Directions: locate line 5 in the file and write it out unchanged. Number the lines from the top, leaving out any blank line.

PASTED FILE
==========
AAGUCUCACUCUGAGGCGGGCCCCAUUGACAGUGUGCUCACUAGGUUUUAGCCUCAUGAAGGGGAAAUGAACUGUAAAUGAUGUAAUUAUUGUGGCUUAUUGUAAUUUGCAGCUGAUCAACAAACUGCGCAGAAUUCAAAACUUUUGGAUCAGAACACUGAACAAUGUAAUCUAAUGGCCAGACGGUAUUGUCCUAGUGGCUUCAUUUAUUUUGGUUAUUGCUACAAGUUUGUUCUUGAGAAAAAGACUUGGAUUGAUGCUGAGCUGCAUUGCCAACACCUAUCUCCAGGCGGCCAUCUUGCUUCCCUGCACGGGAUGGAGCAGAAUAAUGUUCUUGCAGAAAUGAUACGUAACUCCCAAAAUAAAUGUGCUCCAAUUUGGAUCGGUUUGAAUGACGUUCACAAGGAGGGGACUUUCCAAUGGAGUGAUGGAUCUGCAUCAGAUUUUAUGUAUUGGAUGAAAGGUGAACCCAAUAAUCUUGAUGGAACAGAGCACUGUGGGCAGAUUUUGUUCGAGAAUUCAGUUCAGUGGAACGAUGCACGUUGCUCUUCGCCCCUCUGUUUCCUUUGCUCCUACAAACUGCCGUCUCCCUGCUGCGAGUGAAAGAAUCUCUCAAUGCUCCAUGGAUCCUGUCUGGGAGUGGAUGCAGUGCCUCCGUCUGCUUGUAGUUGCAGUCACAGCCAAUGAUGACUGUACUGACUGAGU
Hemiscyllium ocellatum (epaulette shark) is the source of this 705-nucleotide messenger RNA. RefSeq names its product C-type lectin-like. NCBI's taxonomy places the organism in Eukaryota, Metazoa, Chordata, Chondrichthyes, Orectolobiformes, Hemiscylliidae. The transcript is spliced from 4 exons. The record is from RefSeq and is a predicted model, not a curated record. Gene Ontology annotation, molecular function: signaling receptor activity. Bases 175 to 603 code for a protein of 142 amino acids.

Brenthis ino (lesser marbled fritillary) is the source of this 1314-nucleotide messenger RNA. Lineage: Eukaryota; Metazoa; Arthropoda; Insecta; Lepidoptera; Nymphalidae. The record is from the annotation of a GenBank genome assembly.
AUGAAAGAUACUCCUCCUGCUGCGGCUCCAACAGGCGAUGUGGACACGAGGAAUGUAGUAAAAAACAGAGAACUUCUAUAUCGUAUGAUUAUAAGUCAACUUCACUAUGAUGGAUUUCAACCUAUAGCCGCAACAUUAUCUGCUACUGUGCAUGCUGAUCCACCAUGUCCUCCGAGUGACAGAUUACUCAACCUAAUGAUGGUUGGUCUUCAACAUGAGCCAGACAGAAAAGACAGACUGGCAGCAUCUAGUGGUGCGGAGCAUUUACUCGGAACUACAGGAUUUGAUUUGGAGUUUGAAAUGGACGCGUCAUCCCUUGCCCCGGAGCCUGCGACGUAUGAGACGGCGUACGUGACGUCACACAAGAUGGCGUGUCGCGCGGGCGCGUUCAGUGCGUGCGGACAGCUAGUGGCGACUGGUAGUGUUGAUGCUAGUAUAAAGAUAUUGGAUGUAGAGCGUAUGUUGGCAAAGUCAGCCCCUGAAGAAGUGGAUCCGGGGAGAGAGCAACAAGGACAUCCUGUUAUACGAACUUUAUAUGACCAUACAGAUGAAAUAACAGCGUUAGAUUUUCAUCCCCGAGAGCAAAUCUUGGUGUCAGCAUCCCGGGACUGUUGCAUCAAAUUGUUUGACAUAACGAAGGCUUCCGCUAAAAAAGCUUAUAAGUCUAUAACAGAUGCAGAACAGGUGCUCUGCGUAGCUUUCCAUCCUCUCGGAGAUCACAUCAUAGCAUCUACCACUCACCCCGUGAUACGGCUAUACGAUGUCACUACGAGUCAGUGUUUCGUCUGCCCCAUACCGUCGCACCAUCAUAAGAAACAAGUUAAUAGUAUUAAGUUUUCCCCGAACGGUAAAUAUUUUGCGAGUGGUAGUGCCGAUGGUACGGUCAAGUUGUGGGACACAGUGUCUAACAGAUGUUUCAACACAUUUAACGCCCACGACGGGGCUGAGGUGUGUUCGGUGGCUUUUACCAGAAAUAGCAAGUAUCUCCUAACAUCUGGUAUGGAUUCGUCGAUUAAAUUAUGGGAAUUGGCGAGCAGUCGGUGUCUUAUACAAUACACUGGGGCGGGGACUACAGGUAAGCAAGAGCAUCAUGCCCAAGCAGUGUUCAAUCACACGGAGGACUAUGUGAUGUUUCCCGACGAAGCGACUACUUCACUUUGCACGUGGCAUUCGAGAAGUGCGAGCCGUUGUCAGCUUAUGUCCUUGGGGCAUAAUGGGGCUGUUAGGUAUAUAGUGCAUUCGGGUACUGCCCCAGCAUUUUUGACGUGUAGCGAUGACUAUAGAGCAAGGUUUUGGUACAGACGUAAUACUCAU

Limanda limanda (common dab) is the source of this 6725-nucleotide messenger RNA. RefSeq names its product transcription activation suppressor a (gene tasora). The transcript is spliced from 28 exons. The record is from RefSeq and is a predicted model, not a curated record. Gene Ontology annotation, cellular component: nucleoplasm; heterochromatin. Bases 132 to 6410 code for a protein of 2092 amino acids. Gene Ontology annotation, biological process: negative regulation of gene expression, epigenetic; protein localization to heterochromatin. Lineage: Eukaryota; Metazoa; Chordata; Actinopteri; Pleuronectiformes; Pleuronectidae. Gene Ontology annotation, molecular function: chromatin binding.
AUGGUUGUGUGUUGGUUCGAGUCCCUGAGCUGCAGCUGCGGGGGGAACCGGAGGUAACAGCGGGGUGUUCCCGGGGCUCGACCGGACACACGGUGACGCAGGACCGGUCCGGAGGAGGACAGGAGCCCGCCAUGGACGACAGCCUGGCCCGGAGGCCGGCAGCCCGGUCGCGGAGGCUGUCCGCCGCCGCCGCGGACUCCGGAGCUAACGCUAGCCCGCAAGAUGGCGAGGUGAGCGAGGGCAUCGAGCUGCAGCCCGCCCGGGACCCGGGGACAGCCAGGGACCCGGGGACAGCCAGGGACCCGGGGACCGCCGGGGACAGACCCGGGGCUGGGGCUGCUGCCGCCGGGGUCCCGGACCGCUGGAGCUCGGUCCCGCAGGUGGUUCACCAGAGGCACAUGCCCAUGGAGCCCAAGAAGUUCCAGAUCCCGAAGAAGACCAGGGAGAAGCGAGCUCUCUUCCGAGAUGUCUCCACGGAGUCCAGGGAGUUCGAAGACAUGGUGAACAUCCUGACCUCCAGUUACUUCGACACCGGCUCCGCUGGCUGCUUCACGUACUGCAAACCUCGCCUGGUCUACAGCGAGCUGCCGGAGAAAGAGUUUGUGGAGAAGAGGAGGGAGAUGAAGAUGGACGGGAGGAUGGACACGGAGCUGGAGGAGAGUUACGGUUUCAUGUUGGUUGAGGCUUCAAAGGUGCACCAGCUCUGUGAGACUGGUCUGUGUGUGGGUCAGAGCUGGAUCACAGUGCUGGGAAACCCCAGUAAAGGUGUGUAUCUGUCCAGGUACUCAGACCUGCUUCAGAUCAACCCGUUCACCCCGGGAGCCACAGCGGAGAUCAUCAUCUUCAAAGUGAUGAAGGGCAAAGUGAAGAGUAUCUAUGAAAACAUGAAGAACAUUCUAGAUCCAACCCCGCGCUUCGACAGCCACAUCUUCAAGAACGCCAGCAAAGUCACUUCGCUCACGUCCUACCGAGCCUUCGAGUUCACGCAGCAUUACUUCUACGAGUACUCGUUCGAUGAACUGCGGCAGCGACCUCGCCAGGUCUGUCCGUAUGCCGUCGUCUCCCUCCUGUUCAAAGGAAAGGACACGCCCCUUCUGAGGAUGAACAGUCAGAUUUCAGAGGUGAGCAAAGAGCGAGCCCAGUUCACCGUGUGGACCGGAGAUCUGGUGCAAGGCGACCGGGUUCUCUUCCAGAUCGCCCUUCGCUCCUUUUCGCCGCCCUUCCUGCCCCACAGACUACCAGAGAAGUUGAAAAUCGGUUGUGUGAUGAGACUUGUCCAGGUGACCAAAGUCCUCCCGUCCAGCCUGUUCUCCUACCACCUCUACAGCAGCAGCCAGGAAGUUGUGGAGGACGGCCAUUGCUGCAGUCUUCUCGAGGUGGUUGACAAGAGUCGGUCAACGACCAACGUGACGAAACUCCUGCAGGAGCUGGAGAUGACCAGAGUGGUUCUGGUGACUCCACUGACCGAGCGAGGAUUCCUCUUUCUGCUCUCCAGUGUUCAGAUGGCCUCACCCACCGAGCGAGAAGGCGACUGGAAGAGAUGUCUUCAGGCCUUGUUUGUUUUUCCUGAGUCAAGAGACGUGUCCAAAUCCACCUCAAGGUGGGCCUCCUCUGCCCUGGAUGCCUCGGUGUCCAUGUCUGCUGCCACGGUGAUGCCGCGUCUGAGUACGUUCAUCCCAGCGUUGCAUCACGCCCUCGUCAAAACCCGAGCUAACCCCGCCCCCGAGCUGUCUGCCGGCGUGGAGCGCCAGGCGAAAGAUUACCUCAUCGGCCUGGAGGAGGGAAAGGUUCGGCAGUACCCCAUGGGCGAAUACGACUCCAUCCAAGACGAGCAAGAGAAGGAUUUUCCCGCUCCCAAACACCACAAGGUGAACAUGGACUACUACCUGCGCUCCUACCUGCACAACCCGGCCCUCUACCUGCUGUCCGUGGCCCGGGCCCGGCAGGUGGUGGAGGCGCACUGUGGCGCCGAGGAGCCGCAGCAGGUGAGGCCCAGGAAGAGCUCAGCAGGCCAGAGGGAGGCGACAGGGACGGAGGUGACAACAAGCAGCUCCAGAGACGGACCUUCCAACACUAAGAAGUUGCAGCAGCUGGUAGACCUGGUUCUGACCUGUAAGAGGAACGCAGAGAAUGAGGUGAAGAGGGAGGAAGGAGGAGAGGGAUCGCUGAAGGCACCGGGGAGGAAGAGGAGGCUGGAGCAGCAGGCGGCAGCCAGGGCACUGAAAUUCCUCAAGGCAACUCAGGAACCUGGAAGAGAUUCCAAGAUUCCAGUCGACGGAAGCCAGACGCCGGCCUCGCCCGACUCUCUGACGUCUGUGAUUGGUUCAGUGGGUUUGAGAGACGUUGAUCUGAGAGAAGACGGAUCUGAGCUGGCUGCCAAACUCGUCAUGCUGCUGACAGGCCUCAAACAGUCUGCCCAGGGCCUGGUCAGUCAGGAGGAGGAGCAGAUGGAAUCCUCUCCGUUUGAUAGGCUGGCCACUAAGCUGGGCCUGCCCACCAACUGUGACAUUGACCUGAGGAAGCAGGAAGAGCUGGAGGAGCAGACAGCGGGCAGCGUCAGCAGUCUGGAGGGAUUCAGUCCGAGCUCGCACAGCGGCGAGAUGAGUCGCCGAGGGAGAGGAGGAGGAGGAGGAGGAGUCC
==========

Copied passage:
Limanda limanda (common dab) is the source of this 6725-nucleotide messenger RNA. RefSeq names its product transcription activation suppressor a (gene tasora). The transcript is spliced from 28 exons. The record is from RefSeq and is a predicted model, not a curated record. Gene Ontology annotation, cellular component: nucleoplasm; heterochromatin. Bases 132 to 6410 code for a protein of 2092 amino acids. Gene Ontology annotation, biological process: negative regulation of gene expression, epigenetic; protein localization to heterochromatin. Lineage: Eukaryota; Metazoa; Chordata; Actinopteri; Pleuronectiformes; Pleuronectidae. Gene Ontology annotation, molecular function: chromatin binding.